Patent Citations
Cited PatentFiling datePublication dateApplicantTitle
US3980180 *Nov 20, 1974Sep 14, 1976Jamieson John ATransmissive article sorting apparatus
US4118654 *Nov 29, 1976Oct 3, 1978Fuji Photo Film Co., Ltd.Automatic light intensity control for x-ray film viewer
US4266675 *Jan 4, 1980May 12, 1981The United States Of America As Represented By The Secretary Of AgricultureOptical wood-bark segregator
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US4525735 *Feb 15, 1983Jun 25, 1985Rca CorporationSystem for measuring and identifying line spacing on a curved surface
US4625871 *Oct 25, 1983Dec 2, 1986Satake Engineering Co., Ltd.Automatic background brightness control device for color sorting apparatus
US4693378 *Sep 25, 1985Sep 15, 1987Kabushiki Kaisha Ishida KokiMethod and apparatus for sorting articles
GB2091415A * Title not available
Referenced by
Citing PatentFiling datePublication dateApplicantTitle
US4906842 *Apr 7, 1989Mar 6, 1990Brandt, Inc.Document counter and endorser with light source control
US4967676 *Jun 23, 1989Nov 6, 1990Aisin Seiki Kabushiki KaishaApparatus for detecting the end of cloth-overlap on a sewing machine
US4979135 *Sep 25, 1989Dec 18, 1990Storage Technology CorporationVision system illumination calibration apparatus
US5627362 *May 1, 1995May 6, 1997The United States Of America As Represented By The Administrator Of The National Aeronautics And Space AdministrationPortable light source unit for simulating fires having an adjustable aperture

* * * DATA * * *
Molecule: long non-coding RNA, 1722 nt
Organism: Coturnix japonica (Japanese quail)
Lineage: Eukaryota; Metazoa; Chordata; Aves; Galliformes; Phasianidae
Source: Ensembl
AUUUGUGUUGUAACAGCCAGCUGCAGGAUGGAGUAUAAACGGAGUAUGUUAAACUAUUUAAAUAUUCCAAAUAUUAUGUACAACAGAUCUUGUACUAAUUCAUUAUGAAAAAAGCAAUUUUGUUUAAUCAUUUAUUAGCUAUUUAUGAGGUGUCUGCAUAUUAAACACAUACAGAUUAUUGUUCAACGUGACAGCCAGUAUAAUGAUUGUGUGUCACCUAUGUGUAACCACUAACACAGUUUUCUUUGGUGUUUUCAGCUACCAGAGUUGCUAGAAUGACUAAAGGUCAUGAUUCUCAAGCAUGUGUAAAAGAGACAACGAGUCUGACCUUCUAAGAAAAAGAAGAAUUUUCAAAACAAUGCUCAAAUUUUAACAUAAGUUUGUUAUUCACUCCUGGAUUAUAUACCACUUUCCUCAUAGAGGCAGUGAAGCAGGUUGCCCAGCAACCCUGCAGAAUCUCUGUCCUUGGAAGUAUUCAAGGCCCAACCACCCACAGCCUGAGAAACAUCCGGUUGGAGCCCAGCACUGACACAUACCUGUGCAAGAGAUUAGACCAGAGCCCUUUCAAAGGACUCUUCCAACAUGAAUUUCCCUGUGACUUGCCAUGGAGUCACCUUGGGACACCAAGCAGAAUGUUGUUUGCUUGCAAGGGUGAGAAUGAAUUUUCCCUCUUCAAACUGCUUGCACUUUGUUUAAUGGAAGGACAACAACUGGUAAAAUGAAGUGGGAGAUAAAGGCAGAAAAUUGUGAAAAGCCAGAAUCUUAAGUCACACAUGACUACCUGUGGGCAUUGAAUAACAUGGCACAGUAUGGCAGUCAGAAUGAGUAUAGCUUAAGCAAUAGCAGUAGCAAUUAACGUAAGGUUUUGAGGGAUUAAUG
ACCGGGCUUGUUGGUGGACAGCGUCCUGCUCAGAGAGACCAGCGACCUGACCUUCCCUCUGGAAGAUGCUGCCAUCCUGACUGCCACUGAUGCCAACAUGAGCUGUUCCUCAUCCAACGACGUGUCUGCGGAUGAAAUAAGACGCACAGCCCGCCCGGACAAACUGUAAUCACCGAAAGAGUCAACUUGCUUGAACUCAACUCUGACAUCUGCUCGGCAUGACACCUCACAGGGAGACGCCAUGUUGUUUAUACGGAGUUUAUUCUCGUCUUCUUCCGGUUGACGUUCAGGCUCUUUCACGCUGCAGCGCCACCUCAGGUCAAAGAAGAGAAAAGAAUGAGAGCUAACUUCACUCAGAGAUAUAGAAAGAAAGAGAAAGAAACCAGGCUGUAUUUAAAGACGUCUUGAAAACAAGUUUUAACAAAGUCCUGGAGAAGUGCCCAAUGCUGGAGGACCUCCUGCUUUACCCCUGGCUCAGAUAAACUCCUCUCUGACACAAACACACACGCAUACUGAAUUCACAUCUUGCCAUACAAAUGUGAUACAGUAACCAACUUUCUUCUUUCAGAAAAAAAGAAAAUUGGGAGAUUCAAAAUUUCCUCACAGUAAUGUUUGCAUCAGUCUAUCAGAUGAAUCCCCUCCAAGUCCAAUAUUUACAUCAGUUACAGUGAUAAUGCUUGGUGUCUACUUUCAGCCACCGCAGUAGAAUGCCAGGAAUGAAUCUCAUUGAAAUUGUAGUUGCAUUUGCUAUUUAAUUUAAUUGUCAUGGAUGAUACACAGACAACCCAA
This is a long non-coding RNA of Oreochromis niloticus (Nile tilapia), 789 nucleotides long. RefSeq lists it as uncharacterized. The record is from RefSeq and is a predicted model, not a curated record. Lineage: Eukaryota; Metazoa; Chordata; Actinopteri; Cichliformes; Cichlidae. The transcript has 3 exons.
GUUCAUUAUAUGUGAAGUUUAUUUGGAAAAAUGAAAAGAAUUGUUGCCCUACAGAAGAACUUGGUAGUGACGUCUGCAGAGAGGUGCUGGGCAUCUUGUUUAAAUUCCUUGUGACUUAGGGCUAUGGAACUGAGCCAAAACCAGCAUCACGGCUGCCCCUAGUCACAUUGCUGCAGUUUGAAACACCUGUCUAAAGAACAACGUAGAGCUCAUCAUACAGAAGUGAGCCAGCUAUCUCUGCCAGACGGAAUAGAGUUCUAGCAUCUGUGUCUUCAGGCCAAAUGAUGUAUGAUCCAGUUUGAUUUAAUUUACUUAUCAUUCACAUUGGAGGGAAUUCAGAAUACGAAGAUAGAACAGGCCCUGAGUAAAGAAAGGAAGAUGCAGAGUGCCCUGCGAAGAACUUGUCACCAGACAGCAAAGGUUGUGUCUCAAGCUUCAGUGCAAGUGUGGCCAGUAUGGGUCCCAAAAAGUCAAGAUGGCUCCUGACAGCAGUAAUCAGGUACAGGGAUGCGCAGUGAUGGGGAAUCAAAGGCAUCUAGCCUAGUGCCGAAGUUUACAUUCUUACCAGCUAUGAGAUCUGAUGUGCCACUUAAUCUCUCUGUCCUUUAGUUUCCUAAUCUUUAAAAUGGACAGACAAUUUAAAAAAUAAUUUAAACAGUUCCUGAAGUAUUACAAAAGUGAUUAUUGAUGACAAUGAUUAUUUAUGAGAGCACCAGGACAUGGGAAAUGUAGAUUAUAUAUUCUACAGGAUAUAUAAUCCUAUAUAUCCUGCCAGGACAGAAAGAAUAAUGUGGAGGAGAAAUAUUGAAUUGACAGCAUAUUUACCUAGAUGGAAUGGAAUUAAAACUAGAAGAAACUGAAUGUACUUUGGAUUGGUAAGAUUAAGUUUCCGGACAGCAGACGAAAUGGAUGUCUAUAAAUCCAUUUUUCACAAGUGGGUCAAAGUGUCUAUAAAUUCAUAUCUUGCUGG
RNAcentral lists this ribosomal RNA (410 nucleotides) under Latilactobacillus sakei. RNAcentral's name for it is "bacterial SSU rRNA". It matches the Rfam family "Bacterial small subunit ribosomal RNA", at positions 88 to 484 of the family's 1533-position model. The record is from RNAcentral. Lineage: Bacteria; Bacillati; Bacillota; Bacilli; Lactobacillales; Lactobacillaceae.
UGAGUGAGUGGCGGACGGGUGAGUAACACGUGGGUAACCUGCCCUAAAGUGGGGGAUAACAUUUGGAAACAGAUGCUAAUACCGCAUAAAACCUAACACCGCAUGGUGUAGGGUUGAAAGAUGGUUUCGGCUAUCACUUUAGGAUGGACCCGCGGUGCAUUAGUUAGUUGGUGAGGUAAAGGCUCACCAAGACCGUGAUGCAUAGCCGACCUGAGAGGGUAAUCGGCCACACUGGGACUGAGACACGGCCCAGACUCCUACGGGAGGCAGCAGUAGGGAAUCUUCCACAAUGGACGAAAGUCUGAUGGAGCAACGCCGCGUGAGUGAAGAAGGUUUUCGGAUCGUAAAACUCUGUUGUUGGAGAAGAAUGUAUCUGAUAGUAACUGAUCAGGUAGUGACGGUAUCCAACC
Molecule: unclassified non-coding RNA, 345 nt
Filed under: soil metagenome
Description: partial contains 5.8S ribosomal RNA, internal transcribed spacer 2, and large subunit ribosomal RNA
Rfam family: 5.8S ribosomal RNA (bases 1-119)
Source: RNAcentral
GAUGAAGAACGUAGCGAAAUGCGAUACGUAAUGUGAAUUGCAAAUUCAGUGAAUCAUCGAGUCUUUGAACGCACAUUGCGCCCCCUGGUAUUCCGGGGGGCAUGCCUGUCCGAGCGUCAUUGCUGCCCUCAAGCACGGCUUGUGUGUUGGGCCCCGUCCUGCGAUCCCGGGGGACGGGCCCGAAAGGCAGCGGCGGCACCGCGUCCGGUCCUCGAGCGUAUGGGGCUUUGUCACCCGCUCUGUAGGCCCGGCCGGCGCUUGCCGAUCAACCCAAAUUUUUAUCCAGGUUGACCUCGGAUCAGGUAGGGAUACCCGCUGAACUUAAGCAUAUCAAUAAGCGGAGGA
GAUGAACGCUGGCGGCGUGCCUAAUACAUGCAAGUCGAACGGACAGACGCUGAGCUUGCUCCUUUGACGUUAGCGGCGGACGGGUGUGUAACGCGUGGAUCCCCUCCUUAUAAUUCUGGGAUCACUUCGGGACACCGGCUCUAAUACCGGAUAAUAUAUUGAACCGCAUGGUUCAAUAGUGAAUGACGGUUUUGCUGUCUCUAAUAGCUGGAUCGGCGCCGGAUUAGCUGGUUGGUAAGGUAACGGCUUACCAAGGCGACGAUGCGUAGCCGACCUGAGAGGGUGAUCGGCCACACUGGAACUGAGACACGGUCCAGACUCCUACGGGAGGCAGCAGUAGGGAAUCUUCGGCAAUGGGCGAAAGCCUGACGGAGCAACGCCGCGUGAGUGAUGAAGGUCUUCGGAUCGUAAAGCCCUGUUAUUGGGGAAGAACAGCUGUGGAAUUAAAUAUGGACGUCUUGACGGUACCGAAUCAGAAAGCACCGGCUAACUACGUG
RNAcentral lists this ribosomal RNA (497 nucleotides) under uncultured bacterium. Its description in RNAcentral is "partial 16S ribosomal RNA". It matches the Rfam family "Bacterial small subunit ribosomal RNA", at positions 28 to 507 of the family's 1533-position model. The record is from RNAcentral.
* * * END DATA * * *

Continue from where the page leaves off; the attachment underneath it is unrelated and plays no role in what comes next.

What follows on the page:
US5676256 *Oct 24, 1996Oct 14, 1997Huron Valley Steel CorporationScrap sorting system
WO1995017974A1 *Dec 23, 1994Jul 6, 1995Huron Valley Steel CorpScrap sorting system
Classifications
U.S. Classification250/205, 250/223.00R
International ClassificationB07C5/34, H01J9/00
Cooperative ClassificationH01J2209/463, H01J9/00, B07C5/3416
European ClassificationH01J9/00, B07C5/34C
Legal Events
DateCodeEventDescription
Sep 27, 1999FPAYFee payment
Year of fee payment: 12
Sep 26, 1995FPAYFee payment
Year of fee payment: 8
Oct 17, 1991FPAYFee payment
Year of fee payment: 4
Apr 14, 1988ASAssignment
Owner name: RCA LICENSING CORPORATION, TWO INDEPENDENCE WAY, P
Free format text: ASSIGNMENT OF ASSIGNORS INTEREST.;ASSIGNOR:RCA CORPORATION, A CORP. OF DE;REEL/FRAME:004993/0131
Effective date: 19871208
Sep 15, 1986ASAssignment
Owner name: RCA CORPORATION, A CORP OF DE
Free format text: ASSIGNMENT OF ASSIGNORS INTEREST.;ASSIGNOR:ANDREATTI, EVO JR.;REEL/FRAME:004602/0918
Effective date: 19860910
Owner name: RCA CORPORATION, A CORP OF DE, STATELESS
Free format text: ASSIGNMENT OF ASSIGNORS INTEREST;ASSIGNOR:ANDREATTI, EVO JR.;REEL/FRAME:004602/0918
Owner name: RCA CORPORATION, A CORP OF DE, STATELESS
Free format text: ASSIGNMENT OF ASSIGNORS INTEREST;ASSIGNOR:ANDREATTI, EVO JR.;REEL/FRAME:004602/0918
Effective date: 19860910